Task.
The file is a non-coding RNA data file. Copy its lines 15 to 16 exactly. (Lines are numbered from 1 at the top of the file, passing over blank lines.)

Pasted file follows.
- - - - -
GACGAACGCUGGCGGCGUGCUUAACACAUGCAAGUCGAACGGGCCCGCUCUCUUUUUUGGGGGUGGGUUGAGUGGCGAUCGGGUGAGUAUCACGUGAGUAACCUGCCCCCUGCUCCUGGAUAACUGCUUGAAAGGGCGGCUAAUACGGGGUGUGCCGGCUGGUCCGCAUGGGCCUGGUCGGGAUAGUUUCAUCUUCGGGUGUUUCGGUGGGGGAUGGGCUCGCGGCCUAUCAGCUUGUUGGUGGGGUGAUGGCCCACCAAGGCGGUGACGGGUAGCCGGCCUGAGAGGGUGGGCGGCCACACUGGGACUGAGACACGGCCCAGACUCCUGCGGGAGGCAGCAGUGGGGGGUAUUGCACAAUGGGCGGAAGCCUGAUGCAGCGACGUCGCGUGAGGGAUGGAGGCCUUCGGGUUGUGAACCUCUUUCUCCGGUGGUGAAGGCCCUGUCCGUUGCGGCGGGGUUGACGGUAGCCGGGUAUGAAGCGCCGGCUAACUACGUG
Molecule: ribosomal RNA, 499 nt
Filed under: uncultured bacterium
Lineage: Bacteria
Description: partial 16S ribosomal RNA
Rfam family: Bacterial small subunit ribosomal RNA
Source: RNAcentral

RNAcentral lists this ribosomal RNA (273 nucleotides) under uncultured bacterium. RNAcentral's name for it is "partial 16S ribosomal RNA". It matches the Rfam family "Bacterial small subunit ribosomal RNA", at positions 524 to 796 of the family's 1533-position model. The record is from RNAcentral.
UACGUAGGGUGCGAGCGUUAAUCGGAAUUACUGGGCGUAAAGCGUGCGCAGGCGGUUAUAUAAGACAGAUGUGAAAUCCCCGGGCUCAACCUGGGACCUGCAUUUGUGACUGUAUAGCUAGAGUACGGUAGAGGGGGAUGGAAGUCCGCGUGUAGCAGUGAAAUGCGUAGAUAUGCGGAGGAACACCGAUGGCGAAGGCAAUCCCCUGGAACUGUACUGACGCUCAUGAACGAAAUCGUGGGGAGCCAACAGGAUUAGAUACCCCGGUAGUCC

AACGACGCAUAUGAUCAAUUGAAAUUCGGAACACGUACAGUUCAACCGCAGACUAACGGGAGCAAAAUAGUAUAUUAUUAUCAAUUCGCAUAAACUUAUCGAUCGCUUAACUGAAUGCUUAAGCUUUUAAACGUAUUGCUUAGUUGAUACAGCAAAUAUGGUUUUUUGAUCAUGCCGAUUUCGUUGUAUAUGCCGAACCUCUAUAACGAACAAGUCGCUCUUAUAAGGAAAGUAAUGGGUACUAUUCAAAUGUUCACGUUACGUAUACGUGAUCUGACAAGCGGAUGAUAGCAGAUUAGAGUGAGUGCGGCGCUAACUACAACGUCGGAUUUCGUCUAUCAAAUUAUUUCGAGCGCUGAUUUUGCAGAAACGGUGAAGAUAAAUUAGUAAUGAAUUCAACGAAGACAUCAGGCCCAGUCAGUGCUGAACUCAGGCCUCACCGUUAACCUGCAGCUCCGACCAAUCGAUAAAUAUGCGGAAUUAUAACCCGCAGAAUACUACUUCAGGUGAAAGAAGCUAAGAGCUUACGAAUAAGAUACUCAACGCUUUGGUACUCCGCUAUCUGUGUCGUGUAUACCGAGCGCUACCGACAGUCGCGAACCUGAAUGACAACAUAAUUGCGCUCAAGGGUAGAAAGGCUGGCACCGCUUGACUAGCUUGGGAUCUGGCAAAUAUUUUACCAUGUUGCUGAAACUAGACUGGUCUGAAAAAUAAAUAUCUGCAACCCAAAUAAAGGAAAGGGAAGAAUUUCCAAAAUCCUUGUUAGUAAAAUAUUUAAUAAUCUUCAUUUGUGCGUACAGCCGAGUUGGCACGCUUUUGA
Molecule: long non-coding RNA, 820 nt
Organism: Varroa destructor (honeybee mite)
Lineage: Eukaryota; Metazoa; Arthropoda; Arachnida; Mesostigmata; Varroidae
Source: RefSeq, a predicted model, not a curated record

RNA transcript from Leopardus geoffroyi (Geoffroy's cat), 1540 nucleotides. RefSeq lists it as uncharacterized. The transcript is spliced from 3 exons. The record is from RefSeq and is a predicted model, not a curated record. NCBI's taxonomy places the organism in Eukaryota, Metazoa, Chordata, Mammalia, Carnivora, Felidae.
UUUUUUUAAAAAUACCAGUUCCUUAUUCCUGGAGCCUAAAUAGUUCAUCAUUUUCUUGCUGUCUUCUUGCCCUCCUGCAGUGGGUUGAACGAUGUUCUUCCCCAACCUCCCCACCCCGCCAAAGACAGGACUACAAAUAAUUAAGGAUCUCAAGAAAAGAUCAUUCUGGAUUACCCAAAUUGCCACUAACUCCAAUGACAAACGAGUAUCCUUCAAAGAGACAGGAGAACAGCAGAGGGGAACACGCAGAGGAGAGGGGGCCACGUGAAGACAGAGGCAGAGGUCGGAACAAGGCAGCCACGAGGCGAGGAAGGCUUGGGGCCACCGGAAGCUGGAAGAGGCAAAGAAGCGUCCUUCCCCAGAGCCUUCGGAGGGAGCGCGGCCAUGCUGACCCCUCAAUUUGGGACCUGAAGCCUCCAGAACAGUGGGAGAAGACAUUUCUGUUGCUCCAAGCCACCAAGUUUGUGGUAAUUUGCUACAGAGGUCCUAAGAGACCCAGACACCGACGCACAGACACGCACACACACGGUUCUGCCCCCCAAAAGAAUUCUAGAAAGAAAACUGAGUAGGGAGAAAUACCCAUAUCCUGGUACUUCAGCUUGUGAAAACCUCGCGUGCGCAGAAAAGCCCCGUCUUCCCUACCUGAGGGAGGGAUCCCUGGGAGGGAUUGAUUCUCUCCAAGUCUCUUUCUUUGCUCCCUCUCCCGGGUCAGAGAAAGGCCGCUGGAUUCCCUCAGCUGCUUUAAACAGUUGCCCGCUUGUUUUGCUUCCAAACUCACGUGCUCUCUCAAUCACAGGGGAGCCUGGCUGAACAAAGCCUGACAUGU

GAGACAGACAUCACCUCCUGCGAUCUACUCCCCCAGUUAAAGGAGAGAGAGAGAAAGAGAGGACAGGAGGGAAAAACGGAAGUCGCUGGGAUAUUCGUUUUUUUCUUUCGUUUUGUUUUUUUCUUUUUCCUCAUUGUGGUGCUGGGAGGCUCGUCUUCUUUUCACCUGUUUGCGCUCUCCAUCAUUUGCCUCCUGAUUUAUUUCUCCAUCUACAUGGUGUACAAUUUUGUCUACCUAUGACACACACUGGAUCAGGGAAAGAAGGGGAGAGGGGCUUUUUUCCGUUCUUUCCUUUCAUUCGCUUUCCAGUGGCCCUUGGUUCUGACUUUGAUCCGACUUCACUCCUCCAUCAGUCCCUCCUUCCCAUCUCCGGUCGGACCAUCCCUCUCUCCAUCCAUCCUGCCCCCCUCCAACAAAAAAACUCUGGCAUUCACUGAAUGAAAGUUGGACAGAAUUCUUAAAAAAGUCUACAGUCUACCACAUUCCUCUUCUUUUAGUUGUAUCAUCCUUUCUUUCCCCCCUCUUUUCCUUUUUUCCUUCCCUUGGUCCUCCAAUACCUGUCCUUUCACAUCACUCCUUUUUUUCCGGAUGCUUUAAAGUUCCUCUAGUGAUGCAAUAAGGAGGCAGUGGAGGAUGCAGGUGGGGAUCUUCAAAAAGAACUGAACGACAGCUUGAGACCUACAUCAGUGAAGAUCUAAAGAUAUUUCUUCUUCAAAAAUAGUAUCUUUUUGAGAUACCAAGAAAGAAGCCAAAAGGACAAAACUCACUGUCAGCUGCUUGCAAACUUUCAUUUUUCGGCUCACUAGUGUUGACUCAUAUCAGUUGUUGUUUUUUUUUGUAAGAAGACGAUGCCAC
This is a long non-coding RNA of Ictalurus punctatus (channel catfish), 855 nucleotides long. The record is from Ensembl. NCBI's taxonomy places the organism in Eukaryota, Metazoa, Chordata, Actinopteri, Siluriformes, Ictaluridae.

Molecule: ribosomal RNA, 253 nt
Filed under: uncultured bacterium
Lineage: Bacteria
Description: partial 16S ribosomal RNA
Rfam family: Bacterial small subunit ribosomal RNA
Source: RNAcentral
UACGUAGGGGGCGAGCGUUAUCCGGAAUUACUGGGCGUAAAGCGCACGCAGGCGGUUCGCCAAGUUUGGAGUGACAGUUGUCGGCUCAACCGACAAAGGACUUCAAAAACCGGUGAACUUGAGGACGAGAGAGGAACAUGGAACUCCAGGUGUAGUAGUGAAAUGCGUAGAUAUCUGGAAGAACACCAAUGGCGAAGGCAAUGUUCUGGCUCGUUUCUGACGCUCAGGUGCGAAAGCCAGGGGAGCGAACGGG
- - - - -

RNA transcript from Leopardus geoffroyi (Geoffroy's cat), 1540 nucleotides. RefSeq lists it as uncharacterized. The transcript is spliced from 3 exons. The record is from RefSeq and is a predicted model, not a curated record. NCBI's taxonomy places the organism in Eukaryota, Metazoa, Chordata, Mammalia, Carnivora, Felidae.
UUUUUUUAAAAAUACCAGUUCCUUAUUCCUGGAGCCUAAAUAGUUCAUCAUUUUCUUGCUGUCUUCUUGCCCUCCUGCAGUGGGUUGAACGAUGUUCUUCCCCAACCUCCCCACCCCGCCAAAGACAGGACUACAAAUAAUUAAGGAUCUCAAGAAAAGAUCAUUCUGGAUUACCCAAAUUGCCACUAACUCCAAUGACAAACGAGUAUCCUUCAAAGAGACAGGAGAACAGCAGAGGGGAACACGCAGAGGAGAGGGGGCCACGUGAAGACAGAGGCAGAGGUCGGAACAAGGCAGCCACGAGGCGAGGAAGGCUUGGGGCCACCGGAAGCUGGAAGAGGCAAAGAAGCGUCCUUCCCCAGAGCCUUCGGAGGGAGCGCGGCCAUGCUGACCCCUCAAUUUGGGACCUGAAGCCUCCAGAACAGUGGGAGAAGACAUUUCUGUUGCUCCAAGCCACCAAGUUUGUGGUAAUUUGCUACAGAGGUCCUAAGAGACCCAGACACCGACGCACAGACACGCACACACACGGUUCUGCCCCCCAAAAGAAUUCUAGAAAGAAAACUGAGUAGGGAGAAAUACCCAUAUCCUGGUACUUCAGCUUGUGAAAACCUCGCGUGCGCAGAAAAGCCCCGUCUUCCCUACCUGAGGGAGGGAUCCCUGGGAGGGAUUGAUUCUCUCCAAGUCUCUUUCUUUGCUCCCUCUCCCGGGUCAGAGAAAGGCCGCUGGAUUCCCUCAGCUGCUUUAAACAGUUGCCCGCUUGUUUUGCUUCCAAACUCACGUGCUCUCUCAAUCACAGGGGAGCCUGGCUGAACAAAGCCUGACAUGU